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Why has the German instanziieren two "i" in the word?

To instantiate sth is the process of creating or deriving an object or instance from a template or a class. You often encounter this verb in the context of object oriented programming languages, but it isn't limited to that.

In German, to instantiate is often translated etwas instanziieren with this strange double "i". It is obviously the verb of the noun Instanz. Is instanziieren correct, and if yes, why isn't it etwas instanzieren?

There are a lot of other nouns like "Replik", "Fabrikation", "Qualifikation", "Differenz" that have the verbs "replizieren", "fabrizieren", "qualifizieren", or "differenzieren". I guess they all derive back to latin "facere", "to do" or "to make", and I don't understand why "Instanz" seems different.

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    The word is derived from latin instantia. Now, I don't speak latin but it seems like the first i is part of the latin word stem. The second i is part of the German verb ending -ieren which often is used to derive a verb from such loanwords. It's really analogous to the English verb instanti <from latin> -ate <English equivalent to German -ieren> .
    – user6495
    Commented Aug 11, 2020 at 11:54
  • "I guess they all derive back to latin 'facere'": Why do you think so? Maybe they are over many stages, but they were separate words in Latin before they were borrowed by German: replicare, fabricare, qualificare, differre. All of them have no i in their stem. Commented Aug 11, 2020 at 12:34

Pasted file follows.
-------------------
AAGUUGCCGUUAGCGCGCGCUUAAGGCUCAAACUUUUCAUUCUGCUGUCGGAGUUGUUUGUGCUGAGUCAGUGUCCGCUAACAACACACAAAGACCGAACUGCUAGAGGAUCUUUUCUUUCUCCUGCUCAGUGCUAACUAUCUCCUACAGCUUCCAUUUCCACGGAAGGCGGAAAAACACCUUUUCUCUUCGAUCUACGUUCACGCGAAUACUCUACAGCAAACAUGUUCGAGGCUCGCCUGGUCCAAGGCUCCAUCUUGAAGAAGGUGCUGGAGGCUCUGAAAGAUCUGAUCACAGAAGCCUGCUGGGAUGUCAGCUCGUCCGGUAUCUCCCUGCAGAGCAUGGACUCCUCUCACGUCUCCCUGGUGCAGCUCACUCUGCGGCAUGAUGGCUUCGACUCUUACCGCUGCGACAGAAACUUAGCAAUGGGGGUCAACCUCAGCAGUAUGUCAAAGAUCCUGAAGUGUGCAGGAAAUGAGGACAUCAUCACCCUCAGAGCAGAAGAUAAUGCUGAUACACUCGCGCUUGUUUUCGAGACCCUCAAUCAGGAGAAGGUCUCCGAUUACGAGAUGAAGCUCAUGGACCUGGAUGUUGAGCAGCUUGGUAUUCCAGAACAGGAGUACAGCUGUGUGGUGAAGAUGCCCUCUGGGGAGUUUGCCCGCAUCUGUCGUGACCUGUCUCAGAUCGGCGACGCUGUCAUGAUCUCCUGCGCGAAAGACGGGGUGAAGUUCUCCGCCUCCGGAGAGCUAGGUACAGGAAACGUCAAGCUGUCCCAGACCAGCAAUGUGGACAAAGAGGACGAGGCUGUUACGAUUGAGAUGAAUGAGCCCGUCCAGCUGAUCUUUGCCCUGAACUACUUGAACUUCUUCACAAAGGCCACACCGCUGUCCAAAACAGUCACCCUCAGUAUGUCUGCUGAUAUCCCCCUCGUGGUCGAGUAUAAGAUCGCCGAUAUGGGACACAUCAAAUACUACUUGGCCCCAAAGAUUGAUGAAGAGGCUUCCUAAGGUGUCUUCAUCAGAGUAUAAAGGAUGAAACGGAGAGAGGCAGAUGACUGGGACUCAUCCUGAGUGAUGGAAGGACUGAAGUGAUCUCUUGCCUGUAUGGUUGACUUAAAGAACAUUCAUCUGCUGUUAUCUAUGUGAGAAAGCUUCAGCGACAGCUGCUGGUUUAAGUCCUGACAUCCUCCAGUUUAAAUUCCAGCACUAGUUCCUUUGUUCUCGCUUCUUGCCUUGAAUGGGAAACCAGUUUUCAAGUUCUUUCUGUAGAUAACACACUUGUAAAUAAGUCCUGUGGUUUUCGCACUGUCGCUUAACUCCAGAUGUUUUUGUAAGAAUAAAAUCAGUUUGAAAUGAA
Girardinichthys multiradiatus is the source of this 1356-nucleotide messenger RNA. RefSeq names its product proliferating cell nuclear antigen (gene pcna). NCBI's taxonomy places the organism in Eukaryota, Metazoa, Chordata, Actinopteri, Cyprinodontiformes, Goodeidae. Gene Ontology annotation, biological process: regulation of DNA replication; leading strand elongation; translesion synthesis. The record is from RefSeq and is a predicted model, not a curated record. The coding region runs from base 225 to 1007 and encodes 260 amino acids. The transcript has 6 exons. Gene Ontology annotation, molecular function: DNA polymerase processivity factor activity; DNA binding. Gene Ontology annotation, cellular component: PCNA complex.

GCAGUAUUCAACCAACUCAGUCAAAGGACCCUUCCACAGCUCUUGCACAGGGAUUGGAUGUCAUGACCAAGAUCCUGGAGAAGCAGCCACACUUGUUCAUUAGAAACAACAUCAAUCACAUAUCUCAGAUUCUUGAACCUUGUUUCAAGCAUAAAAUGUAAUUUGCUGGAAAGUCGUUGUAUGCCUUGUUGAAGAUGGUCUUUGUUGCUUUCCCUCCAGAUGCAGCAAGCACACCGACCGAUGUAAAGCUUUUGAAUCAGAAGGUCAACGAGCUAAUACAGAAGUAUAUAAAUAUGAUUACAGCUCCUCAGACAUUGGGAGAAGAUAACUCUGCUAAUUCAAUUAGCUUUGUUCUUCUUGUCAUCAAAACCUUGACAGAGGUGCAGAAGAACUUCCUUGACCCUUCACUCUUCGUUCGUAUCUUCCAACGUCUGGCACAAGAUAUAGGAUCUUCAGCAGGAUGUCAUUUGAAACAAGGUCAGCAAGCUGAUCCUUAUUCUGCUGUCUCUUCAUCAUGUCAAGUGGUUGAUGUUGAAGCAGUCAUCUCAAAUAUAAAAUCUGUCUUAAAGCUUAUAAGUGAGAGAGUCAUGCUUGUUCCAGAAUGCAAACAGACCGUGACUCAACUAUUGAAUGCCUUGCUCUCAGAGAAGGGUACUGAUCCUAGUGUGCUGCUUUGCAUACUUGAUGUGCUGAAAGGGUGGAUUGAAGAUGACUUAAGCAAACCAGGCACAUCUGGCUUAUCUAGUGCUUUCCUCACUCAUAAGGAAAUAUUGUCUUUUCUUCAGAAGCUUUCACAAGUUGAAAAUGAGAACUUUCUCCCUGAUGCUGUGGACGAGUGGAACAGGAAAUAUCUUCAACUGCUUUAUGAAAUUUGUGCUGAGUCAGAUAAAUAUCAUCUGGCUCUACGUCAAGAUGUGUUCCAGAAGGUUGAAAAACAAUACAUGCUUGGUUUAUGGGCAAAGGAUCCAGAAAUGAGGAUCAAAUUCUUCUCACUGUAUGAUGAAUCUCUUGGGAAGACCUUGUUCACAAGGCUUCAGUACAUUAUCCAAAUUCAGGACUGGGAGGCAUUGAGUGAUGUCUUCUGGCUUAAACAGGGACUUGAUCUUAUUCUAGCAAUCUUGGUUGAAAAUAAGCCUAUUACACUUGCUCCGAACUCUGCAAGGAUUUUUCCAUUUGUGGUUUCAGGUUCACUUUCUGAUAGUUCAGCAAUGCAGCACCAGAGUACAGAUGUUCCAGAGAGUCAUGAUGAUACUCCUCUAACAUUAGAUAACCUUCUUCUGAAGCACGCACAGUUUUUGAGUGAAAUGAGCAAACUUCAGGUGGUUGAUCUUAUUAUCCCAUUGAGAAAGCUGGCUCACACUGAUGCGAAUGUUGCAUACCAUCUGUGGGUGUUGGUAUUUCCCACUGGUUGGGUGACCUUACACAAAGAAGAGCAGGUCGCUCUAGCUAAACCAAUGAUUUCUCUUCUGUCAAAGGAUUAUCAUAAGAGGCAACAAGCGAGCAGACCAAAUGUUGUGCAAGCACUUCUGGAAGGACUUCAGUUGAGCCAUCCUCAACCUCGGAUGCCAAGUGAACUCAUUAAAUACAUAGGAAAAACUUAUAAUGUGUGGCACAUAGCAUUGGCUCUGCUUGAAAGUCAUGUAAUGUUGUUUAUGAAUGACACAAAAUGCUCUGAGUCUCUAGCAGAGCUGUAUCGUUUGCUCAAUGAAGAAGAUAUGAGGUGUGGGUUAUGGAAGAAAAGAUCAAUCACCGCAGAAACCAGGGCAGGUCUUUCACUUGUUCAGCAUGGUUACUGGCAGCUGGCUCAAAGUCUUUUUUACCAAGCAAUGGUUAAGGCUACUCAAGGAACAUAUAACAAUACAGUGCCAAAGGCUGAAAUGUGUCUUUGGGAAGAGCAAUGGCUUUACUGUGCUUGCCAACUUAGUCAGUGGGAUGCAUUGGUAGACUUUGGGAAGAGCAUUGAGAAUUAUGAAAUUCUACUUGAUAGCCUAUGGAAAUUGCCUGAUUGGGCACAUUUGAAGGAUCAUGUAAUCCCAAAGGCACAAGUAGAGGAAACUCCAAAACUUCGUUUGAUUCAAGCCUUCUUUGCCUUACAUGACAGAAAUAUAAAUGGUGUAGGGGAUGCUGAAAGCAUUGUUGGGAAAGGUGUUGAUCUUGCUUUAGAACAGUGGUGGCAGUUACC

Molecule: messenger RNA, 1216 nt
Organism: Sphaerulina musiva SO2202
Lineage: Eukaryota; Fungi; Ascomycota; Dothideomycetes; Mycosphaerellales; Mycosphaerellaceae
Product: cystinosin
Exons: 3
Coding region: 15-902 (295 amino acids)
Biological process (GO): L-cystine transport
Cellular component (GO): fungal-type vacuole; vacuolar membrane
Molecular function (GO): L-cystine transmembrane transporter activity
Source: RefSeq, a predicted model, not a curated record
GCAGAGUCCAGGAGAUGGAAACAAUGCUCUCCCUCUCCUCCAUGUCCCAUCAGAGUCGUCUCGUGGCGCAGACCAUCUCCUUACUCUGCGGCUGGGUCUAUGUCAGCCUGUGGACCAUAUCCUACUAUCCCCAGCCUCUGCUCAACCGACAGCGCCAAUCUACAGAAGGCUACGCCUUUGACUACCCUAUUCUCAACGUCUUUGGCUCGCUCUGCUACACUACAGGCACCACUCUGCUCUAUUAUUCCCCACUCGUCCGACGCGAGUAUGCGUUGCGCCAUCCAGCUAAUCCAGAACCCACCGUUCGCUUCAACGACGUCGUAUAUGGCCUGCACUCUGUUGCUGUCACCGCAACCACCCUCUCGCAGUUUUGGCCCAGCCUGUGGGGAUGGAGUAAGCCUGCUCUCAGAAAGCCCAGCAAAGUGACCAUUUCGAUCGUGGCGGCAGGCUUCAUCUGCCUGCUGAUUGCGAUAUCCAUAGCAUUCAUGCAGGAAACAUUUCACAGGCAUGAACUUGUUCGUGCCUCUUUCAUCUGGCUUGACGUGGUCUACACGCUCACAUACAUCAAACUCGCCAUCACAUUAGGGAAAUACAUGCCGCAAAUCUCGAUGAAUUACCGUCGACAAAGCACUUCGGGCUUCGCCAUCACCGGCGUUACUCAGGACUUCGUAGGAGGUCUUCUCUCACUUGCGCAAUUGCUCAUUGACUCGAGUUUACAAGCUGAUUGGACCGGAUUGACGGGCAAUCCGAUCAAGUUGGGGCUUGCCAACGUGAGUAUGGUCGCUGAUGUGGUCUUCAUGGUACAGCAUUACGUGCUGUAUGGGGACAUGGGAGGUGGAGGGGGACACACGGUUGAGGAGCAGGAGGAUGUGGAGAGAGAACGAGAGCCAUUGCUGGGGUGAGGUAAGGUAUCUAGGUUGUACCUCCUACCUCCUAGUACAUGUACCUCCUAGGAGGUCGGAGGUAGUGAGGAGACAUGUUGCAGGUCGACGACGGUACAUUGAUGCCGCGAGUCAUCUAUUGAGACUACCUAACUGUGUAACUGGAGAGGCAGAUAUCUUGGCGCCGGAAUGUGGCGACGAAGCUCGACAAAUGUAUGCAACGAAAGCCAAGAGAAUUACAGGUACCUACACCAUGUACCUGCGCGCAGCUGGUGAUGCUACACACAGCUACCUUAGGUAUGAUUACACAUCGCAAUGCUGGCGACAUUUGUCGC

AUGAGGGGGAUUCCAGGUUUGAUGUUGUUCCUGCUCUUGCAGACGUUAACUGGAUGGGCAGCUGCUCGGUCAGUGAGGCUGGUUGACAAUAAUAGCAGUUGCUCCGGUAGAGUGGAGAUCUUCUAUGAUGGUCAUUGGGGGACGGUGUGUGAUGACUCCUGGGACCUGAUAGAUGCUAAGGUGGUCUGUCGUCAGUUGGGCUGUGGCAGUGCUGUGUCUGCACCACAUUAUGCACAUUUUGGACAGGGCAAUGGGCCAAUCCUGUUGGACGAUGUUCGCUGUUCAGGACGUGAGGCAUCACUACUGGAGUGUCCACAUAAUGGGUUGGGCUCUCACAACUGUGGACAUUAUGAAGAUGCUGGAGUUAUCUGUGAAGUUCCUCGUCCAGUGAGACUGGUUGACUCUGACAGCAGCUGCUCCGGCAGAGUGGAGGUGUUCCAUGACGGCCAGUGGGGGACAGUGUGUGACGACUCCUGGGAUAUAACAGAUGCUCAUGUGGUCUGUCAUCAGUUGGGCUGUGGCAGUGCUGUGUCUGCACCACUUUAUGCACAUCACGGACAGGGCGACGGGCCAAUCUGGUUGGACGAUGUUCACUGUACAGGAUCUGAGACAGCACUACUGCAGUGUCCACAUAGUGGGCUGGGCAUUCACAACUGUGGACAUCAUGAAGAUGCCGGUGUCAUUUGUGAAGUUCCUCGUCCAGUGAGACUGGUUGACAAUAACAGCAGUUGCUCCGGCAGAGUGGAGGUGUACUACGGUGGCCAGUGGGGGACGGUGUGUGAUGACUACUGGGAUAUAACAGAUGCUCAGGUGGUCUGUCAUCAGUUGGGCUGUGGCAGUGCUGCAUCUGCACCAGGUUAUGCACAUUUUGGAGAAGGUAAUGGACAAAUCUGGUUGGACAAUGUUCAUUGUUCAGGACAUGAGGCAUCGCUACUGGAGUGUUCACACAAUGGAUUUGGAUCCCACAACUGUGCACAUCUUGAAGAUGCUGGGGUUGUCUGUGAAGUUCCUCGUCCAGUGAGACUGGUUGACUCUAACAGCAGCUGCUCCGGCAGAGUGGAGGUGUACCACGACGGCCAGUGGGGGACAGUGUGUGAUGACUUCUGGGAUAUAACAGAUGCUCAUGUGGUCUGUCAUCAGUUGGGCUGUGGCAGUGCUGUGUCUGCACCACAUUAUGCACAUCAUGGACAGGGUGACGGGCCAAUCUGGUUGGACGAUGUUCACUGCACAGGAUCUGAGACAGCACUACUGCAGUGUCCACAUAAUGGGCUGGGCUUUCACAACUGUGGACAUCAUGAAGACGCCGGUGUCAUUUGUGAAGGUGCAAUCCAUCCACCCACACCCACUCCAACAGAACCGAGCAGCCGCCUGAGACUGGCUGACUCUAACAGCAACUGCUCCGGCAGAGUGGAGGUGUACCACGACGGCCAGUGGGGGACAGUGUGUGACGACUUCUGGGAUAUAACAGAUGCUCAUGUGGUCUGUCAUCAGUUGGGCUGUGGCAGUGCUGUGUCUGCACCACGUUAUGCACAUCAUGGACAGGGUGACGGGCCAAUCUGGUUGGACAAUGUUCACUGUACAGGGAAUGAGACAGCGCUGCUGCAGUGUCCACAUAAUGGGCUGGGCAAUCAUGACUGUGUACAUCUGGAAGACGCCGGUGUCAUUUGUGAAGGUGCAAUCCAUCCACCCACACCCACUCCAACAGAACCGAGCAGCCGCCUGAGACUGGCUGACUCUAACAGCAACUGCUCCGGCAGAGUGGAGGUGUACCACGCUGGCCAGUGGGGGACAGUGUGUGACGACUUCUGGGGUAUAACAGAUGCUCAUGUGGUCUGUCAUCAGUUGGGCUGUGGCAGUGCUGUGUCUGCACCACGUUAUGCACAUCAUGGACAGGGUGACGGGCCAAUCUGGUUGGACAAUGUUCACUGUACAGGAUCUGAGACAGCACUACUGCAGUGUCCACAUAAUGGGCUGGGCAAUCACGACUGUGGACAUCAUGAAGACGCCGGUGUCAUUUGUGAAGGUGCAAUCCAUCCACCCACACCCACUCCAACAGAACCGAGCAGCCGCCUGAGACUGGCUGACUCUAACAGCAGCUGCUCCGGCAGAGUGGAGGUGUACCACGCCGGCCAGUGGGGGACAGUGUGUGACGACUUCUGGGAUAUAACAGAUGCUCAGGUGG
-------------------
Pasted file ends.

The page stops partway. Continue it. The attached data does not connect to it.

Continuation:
• @amadeusamadeus: Sorry, I was not precise. I guess that the "-iere" suffix refers to "facere", but this is just guessing, and, to be precise, irrelevant so relevant for the question, since the problem is in the stem, not in the suffix. Commented Aug 11, 2020 at 12:44
  • @NilsMagnus Alright! I don't know of any cognation between facere and the German affix -ier- (+ -er, -en, -t and so on), but in fact it indicates that something is 'made'. Commented Aug 11, 2020 at 19:07

1 Answer 1

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The suffix here is always -ieren. The first i comes from the Latin stem.

An example: initiieren is borrow from initiare (or some derived form). The stem was left untouched, in this case even the t is kept (instead of z).

Same goes for variare –> variieren and repatriare –> repatriieren.

Other examples:

abbreviieren, affiliieren, alliieren, deviieren, dissoziieren, expropriieren, foliieren, gloriieren, liniieren, mediieren, negoziieren, plagiieren, pliieren, prämiieren, soziieren, spatiieren, spoliieren, vikariieren

As derivative suffix, -ieren is mostly used with adjectives or substantives. Also substanziieren and instanziieren aren't based on the verbs substare or instare, respectively, but on the noun forms substantia and instantia. This is why it is instanziieren. However, it's not always straightforward. E.g., Differenz derives from differentia, but still we don't say differenziieren (but differenzieren). This might be due to the fact that the stem of the verb differre which differentia is derived from doesn't end on i.

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    Ok, I understand that "instantia" is the Latin base, so that "instanti-a" is the stem and the nominative singular leading to German "instanti-ieren" or, in a more modernized form "instanzi-ieren". However, this does not work with German "Differenz" which refers to Latin "differentia" with the stem "differenti-a", but it is "differenzieren" and not "differenti-ieren" or "differenziieren". Commented Aug 11, 2020 at 12:37
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    Another interesting example is "distantia". We say "distanzieren" and not "distanziieren".
    – Paul Frost
    Commented Aug 13, 2020 at 12:57
  • @NilsMagnus RIght. Commented Aug 13, 2020 at 20:12

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